Ruby Regina Witcraft
They met, alone, in the darkened kitchen of their home while soft jazz was playing in the other room. Passion has no meeting place boundaries as their eyes met. She had visions of him sweeping the bowl off of the dining room table and laying her gently down on the cool glass tabletop. There was no mistaking the message in their eyes.
He took her in his strong, sinewy arms, gave her a longing look, a strong hug then tipped her head up with his finger tips and lovingly kissed her full on the lips. She sighed deeply, more like a moan of ecstasy, and returned the kiss that only the full pleasure of love can experience. There was no holding back now as his hands caressed her back. No novel could have described the depth of this moment in time.
She murmured, “Lower and a little more to the left.” He whispered, “Scratch right down the middle.” It was the dry skin season in Arizona and if you listened closely you could hear your skin crinkling. After a few minutes of massaging and scratching their passion was spent and they were breathless.
Love finds satisfaction in the simplest of pleasures and in the strangest places. v
The Sea Urchins
“What in the devil are you doing’?” asked Fred, the carpenter, as he came upon his son, Jerry, happily sawing into a 12-inch pine board with great determination.
“I’m buildin’ a boat, Dad, – the kind my good friend Jonah has in his backyard.”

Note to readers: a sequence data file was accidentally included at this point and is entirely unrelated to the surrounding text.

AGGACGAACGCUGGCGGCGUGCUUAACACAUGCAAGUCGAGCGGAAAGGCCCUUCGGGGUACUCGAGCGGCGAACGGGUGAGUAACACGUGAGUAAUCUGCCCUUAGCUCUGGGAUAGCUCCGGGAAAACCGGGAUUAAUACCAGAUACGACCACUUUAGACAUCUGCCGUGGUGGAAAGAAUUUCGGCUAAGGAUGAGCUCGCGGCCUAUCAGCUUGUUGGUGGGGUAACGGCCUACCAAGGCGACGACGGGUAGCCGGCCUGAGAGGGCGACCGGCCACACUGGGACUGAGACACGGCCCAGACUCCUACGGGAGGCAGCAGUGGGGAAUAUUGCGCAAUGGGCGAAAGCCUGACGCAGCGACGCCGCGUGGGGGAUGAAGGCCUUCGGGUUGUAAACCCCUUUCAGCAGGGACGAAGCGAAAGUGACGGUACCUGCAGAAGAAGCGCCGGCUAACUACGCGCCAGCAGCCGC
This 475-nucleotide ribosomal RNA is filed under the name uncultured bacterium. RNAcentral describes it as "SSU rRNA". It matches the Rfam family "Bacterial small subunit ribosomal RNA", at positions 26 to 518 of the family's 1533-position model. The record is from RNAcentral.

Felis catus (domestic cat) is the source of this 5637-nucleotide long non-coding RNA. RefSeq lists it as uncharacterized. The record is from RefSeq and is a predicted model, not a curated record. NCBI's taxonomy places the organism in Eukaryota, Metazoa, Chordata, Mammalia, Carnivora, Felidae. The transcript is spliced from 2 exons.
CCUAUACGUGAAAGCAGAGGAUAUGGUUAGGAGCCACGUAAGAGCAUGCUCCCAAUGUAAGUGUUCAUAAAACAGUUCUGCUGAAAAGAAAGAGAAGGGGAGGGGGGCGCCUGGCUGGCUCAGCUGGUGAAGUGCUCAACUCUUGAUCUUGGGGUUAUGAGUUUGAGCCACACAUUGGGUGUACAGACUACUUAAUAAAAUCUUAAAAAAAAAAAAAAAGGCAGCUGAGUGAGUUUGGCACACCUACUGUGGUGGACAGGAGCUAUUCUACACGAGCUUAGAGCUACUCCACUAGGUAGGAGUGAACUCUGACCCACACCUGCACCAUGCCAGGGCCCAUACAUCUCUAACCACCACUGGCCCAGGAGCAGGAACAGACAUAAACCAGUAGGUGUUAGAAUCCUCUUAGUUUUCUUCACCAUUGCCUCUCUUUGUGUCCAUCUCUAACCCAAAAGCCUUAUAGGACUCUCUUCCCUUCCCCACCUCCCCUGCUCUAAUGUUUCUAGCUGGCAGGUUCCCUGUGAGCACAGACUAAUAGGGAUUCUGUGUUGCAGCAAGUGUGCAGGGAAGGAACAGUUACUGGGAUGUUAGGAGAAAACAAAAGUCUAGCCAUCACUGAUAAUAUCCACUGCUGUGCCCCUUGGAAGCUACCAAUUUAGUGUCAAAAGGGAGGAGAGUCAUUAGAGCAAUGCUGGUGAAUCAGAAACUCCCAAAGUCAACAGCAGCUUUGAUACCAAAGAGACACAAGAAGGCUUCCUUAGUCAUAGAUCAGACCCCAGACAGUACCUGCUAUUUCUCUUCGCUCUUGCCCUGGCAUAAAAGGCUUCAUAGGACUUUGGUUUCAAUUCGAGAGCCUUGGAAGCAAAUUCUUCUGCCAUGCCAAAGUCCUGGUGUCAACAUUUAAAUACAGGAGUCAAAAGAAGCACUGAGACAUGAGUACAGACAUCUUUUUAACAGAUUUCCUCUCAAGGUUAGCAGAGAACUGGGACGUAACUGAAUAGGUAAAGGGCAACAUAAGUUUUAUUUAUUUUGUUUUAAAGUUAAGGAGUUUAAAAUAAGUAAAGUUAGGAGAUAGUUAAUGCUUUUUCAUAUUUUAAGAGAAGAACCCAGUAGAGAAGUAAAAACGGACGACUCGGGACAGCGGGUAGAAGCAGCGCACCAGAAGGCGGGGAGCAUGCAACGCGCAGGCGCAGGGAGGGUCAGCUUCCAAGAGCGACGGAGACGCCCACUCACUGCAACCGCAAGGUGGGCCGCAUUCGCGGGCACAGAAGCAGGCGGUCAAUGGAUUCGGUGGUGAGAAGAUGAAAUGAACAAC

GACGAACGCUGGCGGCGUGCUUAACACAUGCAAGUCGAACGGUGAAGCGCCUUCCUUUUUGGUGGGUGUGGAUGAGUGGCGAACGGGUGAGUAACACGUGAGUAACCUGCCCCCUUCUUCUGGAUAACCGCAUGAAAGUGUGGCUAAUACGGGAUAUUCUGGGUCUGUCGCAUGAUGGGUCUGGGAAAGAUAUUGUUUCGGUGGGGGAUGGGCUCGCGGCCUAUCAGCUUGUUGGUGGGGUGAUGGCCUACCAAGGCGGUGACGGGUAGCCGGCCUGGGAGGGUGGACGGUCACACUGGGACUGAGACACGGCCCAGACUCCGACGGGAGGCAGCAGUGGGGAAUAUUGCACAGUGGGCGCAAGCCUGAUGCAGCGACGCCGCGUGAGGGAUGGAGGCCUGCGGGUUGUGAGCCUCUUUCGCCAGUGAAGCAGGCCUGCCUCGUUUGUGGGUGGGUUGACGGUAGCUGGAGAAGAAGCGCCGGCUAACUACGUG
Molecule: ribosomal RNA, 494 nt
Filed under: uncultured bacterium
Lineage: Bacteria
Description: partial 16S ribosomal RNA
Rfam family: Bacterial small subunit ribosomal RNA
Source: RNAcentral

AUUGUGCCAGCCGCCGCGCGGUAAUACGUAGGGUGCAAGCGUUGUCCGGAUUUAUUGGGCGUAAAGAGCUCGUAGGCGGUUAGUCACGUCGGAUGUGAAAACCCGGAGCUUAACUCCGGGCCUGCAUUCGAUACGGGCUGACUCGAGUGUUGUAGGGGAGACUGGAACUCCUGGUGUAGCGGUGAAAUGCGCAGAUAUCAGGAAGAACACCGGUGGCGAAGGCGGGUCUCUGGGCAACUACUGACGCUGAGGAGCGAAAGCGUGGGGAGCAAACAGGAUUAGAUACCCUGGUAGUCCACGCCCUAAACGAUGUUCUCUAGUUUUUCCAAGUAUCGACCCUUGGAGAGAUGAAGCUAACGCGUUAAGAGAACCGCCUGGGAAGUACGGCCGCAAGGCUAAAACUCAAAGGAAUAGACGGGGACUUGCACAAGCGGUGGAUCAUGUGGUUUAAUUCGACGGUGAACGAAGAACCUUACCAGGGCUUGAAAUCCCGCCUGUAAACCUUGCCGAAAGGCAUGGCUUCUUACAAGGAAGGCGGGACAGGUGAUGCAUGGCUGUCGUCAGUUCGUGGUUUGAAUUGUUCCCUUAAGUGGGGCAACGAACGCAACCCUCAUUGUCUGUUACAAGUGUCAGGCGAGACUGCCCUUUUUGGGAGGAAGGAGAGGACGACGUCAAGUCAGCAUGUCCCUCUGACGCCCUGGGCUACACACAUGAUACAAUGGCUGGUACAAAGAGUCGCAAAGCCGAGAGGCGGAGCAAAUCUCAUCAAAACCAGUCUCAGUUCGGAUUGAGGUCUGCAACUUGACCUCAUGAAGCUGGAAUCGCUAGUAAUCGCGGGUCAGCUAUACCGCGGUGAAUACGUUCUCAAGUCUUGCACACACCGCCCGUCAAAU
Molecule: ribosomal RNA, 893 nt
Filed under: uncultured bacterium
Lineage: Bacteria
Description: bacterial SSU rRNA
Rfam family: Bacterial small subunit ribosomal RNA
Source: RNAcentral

“Hmm, does he ever take it out on the water over at Cedar Creek?” asked Fred. “If so, I’ve never seen it leave his yard when I look out the kitchen window.”
“Dad, boats aren’t just for bein’ out in the water. They’re great man-caves. They are highly secret and nobody can get onboard without a bunch of secret codes. A couple of times we had our dinner and even dessert onboard. That was really cool with nobody standing over us to tell us that we had to say our prayers first or to chew with our mouths closed!”
His comments brought back great memories of when we four kids, many years ago, built our very own boat. We cobbled together a bunch of boards from the old wood shed that had collapsed months ago, and for two days we measured and sawed and pounded nails to make our very first masterpiece of the nautical world. And I’ll never forget the blisters a few bloody thumbs either.
Little did we know that in order for it to float there could not be any cracks between the boards in order to make our boat seaworthy. When it was finished it took all four of us kids to load it onto our red Western Flyer wagon, drag it back to a small pond on our farm. We expected to experience what we hoped would be an “all aboard” whoop-and-cry as we’d head out to sea. The “sea” in this case was only 60 feet long and 20 feet wide. For its maiden voyage we launched our work of art from the wagon with great effort, the four of us grunting and groaning like old people. We stood there and looked at that boat with satisfied smiles.
There was really room for only two of us at a time but we all managed to squeeze into the boat. We had brought along two brooms as paddles. We quickly realized that we weren’t moving away from the port no matter how hard we were paddling. Small wonder: the boat instantly sank in the mud and water 15 inches beneath us. We were all barefoot so our getting wet feet was only an afterthought. Broken hearted, dejected and even swearing a little, we went home to re-think our engineering flop. We decided we’d ask Dad to take it back home for us.
Saddened, but finally just laughing at the failure of us naïve, but enthusiastic kids we came to realize that dreaming is great fun but first we’d have to have a more solid plan in the future to make it all work.